Thursday, March 11, 2010

On the closure of UNR's foreign language department.

Not on the topic of running, I wrote the following letter in response to the news that the UNR will likely terminate all degree programs in Foreign Language. Though not on the topic of running, I wanted to post my letter because my education-- and the education of others-- is a very important subject to me. Though I don't know how yet, I'd like to believe part of my running will be in support of education in the humanities, particularly foreign language which is an integral part of our lives as the world becomes less of a national marketplace and more of a global one.

To Whom it May Concern,

Recently, the University of Nevada, Reno stated it will (in most likelihood) discontinue all degree programs in foreign languages, excluding Spanish because of the State’s dire financial status. In so doing, the University hopes to save itself from monetary ruin and to continue to offer students what it calls a “quality education.” And yet, this decision makes me (and I hope you, as well) wonder: what exactly is a quality education these days?

Back when I was in school (in those dark ages of 2000-2009 when I was first an undergraduate in English Literature and then a Master’s candidate in both English and French) “quality” meant depth. One was required to fundamentally know, in other words, the three “R’s,” but also how to use a computer, how to read difficult texts millennia old and how to survive on dorm food.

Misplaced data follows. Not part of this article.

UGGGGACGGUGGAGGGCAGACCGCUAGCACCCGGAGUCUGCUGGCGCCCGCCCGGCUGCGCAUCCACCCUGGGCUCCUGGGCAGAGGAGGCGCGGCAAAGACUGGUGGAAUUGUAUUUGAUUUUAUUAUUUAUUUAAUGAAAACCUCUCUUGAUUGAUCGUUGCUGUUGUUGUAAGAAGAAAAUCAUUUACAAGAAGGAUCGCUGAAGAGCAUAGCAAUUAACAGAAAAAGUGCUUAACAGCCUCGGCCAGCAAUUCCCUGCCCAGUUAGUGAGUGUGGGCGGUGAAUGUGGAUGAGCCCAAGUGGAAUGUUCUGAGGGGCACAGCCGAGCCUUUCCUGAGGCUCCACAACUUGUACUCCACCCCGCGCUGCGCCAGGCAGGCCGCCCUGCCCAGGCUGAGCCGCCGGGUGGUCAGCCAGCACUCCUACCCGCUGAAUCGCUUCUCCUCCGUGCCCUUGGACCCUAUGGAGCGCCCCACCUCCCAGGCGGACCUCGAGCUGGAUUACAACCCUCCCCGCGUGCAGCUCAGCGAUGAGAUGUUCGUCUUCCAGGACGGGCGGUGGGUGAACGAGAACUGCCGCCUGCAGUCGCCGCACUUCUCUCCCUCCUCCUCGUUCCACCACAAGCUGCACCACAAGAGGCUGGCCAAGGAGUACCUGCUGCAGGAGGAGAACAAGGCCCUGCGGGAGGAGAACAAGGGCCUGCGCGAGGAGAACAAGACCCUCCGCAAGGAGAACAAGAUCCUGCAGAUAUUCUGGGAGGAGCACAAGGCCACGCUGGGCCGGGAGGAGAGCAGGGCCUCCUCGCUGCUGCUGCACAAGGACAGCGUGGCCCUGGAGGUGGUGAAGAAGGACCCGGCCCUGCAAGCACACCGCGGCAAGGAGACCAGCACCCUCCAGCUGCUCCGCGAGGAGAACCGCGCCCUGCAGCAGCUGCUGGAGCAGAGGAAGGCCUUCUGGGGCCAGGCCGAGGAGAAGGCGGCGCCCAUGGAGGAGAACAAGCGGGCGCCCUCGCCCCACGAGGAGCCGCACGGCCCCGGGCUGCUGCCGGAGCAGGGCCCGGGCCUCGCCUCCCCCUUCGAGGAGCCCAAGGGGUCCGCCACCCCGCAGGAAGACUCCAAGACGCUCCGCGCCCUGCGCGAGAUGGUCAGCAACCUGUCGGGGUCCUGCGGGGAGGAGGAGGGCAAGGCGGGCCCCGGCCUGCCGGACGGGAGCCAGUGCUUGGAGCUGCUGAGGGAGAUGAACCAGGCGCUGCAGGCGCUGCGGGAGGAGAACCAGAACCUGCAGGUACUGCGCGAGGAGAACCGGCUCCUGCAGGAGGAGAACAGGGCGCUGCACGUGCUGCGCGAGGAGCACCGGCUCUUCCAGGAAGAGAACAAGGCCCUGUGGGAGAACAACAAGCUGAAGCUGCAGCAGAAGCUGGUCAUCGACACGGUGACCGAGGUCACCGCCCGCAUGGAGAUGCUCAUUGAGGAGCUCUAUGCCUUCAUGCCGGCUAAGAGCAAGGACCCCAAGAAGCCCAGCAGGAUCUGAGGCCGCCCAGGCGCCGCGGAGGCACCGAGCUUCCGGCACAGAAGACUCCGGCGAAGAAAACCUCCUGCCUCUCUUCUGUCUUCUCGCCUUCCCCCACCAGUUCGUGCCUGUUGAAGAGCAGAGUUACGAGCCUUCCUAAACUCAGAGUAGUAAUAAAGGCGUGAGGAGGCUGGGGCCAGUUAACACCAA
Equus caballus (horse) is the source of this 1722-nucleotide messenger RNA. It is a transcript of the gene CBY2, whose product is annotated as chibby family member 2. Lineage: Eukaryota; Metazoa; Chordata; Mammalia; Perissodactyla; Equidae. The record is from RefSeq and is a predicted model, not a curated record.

But since we’ve moved into a world no longer constrained by national borders, requisite knowledge for every American has also become the knowledge of other cultures beside our own. How can one understand the tragic events that recently transpired in Haiti, for instance? I, for one, say (after having studied authors from that region of the world in their native tongue) that the best way is the old-fashioned way: speak the way they speak and suddenly words begin to mean something. Imagine: a world no longer filtered through mass media. What is it like to live in Haiti? Ask a Haitian. And how does one go about doing that? Well, it requires you speak French. And that was a program UNR had, once upon a time.

Part of my comprehensive exam for the Master of Arts degree in French required that I was familiar with the entirety of the French literary canon. No small task, I found myself reading texts from the Middle Ages onward in laundromats or even when a light turned red at busy intersections. Among those frenzied moments of study, one 18th century author has remained in the forefront of my mind. Prévost, (an author perhaps lost to future students at UNR) questioned: “Crois-tu qu’on puisse être bien tendre lorsqu’on manque de pain?” (“Do you believe one can be loving if one’s lacking bread?”)

He asked an important question, one facing the University in these tight economic times: can the human creature aspire to greatness (in the case of his novel, love; in the case of the University, a much needed and important academic curriculum) while the” fundamentals” of survival-- i.e., money --are lacking?

I’d like to think there is some method that will preserve the necessary culture and refinement that comes with a proper college education. But times are indeed tough: perhaps the answer to Prévost’s question is, alas, no. Without bread (or funds) all we become are uncultured --and hungry -- brutes.


Rebecca A. Eckland

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